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FY2023 and FY2024 Radon Testing and Mitigation Demonstration for Public Housing NOFO

Program Description: The purpose of this NOFO is to provide funds to public housing agencies (PHAs) to conduct testing and, if applicable, mitigation of radon in the units that they manage and to support the development of a plan for future testing and mitigation as needed. The work supported through this NOFO will also provide HUD with important information on methods and costs for radon testing and mitigation in public housing.

HUD’s Office of Lead Hazard Control and Healthy Homes administers this program, which is aligned with HUD’s FY 2022-2026 Strategic Plan. The Strategic Plan includes a provision to broaden the focus of environmental interventions in homes to address other non-lead poisoning concerns such as radon exposure. It is also aligned with HUD’s Climate Action Plan (CAP), where addressing climate and environmental justice is at the core of HUD’s mission to create strong, sustainable, inclusive communities. For more information on the CAP, refer to: https://www.hud.gov/climate. Moreover, compliance with environmental justice requirements under Executive Orders 12989 and 14008 calls for alignment with Justice 40, a government-wide effort that aims to deliver 40 percent of the overall benefits of relevant federal investments to disadvantaged communities through federal agencies through partnership with states and local communities to advance environmental justice and spur economic opportunity for disadvantaged communities. (https://www.whitehouse.gov/omb/briefing-room/2021/07/20/the-path-to-achieving-justice40/).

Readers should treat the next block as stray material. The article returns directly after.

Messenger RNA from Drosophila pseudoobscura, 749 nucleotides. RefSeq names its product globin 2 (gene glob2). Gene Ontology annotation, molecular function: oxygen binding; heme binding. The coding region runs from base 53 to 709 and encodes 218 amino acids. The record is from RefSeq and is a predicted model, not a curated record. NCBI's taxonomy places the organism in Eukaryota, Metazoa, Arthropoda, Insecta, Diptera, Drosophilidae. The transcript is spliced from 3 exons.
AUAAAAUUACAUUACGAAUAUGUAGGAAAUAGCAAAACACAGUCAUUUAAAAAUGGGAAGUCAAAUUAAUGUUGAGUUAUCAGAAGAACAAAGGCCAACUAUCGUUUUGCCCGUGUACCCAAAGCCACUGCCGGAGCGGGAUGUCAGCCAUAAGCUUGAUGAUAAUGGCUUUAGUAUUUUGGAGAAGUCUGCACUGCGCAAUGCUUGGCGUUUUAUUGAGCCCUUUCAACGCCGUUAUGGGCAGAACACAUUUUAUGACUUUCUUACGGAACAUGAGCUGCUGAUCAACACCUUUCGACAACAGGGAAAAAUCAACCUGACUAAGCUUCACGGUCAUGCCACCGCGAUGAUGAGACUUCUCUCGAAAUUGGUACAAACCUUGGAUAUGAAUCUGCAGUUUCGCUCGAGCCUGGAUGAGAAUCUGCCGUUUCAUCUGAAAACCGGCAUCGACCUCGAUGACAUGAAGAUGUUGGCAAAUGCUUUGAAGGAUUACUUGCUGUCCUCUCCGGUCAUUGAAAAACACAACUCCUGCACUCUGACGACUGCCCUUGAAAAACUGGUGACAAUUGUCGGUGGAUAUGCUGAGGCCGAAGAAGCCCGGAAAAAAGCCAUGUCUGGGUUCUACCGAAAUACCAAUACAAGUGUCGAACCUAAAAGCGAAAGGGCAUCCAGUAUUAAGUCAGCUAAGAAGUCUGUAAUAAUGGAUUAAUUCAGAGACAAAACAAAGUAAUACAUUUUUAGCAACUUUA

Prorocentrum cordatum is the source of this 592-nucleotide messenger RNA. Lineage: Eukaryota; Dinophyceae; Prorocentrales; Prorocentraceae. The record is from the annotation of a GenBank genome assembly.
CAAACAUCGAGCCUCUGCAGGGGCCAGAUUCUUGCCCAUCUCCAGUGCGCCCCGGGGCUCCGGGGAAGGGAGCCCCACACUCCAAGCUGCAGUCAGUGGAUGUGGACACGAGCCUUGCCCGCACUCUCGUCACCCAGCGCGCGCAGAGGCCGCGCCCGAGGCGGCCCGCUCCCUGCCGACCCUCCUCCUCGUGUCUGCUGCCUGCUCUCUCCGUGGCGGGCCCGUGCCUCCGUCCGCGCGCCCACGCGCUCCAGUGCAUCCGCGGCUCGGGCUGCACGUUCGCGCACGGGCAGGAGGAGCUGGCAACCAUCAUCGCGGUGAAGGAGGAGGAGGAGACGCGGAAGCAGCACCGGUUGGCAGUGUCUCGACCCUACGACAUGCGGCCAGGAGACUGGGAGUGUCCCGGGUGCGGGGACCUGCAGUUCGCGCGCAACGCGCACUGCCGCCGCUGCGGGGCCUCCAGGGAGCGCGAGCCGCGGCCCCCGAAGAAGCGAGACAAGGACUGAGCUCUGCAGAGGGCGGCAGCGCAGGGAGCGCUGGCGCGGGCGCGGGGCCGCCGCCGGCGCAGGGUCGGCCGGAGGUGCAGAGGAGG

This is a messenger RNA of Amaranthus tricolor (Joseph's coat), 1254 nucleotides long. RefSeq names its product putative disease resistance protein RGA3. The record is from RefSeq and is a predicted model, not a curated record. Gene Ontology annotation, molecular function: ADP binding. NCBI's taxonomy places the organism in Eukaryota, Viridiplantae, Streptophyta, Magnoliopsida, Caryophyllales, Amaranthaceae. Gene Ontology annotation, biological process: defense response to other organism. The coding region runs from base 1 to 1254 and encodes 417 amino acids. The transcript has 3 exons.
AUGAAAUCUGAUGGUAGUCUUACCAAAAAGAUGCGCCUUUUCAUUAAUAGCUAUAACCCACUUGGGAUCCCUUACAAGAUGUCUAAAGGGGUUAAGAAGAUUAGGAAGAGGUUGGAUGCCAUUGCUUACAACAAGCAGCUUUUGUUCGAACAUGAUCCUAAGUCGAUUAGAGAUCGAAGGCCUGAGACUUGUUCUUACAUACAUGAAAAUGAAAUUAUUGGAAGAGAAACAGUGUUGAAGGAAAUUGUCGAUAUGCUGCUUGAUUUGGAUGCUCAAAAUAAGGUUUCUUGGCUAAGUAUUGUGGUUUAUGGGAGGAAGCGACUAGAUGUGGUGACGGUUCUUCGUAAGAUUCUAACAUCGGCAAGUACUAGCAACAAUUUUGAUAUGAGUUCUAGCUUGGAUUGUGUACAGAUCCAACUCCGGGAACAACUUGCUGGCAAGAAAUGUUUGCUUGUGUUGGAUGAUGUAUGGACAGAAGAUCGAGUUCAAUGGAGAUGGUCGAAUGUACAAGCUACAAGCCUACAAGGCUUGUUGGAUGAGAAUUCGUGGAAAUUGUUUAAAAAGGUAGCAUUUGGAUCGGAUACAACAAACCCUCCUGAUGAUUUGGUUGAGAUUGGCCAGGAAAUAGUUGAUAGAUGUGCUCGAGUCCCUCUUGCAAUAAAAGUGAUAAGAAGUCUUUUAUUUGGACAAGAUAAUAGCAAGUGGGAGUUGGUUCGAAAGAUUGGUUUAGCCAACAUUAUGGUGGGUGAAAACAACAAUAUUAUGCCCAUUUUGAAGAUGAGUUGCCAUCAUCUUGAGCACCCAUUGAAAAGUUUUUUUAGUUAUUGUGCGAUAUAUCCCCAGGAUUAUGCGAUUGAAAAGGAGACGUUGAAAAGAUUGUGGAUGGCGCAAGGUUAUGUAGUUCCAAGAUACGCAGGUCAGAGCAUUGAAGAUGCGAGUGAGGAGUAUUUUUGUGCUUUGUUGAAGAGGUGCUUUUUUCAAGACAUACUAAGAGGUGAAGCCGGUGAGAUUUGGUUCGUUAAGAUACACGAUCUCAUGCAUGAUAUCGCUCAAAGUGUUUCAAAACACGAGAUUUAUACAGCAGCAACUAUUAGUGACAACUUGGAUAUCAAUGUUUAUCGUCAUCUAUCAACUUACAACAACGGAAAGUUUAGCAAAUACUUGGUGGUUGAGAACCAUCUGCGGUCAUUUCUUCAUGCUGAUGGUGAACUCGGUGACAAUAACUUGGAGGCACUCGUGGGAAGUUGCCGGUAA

Radon is an odorless, colorless radioactive gas which is a decay product of elements in soil and rock and is present in every part of the country. Low levels of radon are found in the outside air; however, radon gas can move through the soil and enter buildings through small openings in the foundation or basement and become concentrated in the indoor air environment. When radon is inhaled it can damage deoxyribonucleic acid (DNA) in lung tissue and, in so doing, increases the risk of developing lung cancer which is the primary adverse health effect from exposure to radon. The latency period or time for lung cancer to manifest can be many years. However, the risk of developing lung cancer from exposure to radon is influenced by many factors including age during exposure, the duration of exposure, and the concentration of radon as a function of age and duration. It is also expected that children experience higher impact from similar radon doses than adults due to differences in their lung shape and size and faster respiration rate: https://www.atsdr.cdc.gov/csem/radon/health_effects.html.

The U.S. Environmental Protection Agency (EPA) estimates that approximately 21,000 people die in the U.S. annually due to lung cancer from radon exposure (EPA 2003). Although any exposure to radon poses some risk, the EPA developed an action level of 4 pCi/L (picocuries per liter) of radon in indoor air at which action should be taken to lower radon levels (i.e., mitigate radon) (EPA 2012). The EPA estimates that approximately one out of every fifteen homes (~ 7%) in the U.S. exceeds this action level. Because of differences in the amount of radon in underlying soil and rocks, the risk of having elevated radon levels in homes and other buildings varies throughout the U.S. In the early 1990’s the EPA created a map of “radon risk” in the U.S. that identifies areas at the county level with higher and lower risk of buildings having elevated radon levels (designated as Zones 1, 2, and 3) and displayed more specifically by state including radon contact information: State Radon Contacts | National Radon Program Services (sosradon.org). Some states have also developed their own radon maps that use radon test data that have become available since the publication of the EPA radon zone map. Applicants are advised to contact their respective state radon contact to get additional information on specific state radon programs and state radon maps. Because of the limited level of funding available through this NOFO, HUD is targeting PHA properties in EPA Zones 1 and 2 (or equivalent based on State radon maps) but is allowing for applications for properties in Zone 3 if certain conditions are met (see Section III.F.1.).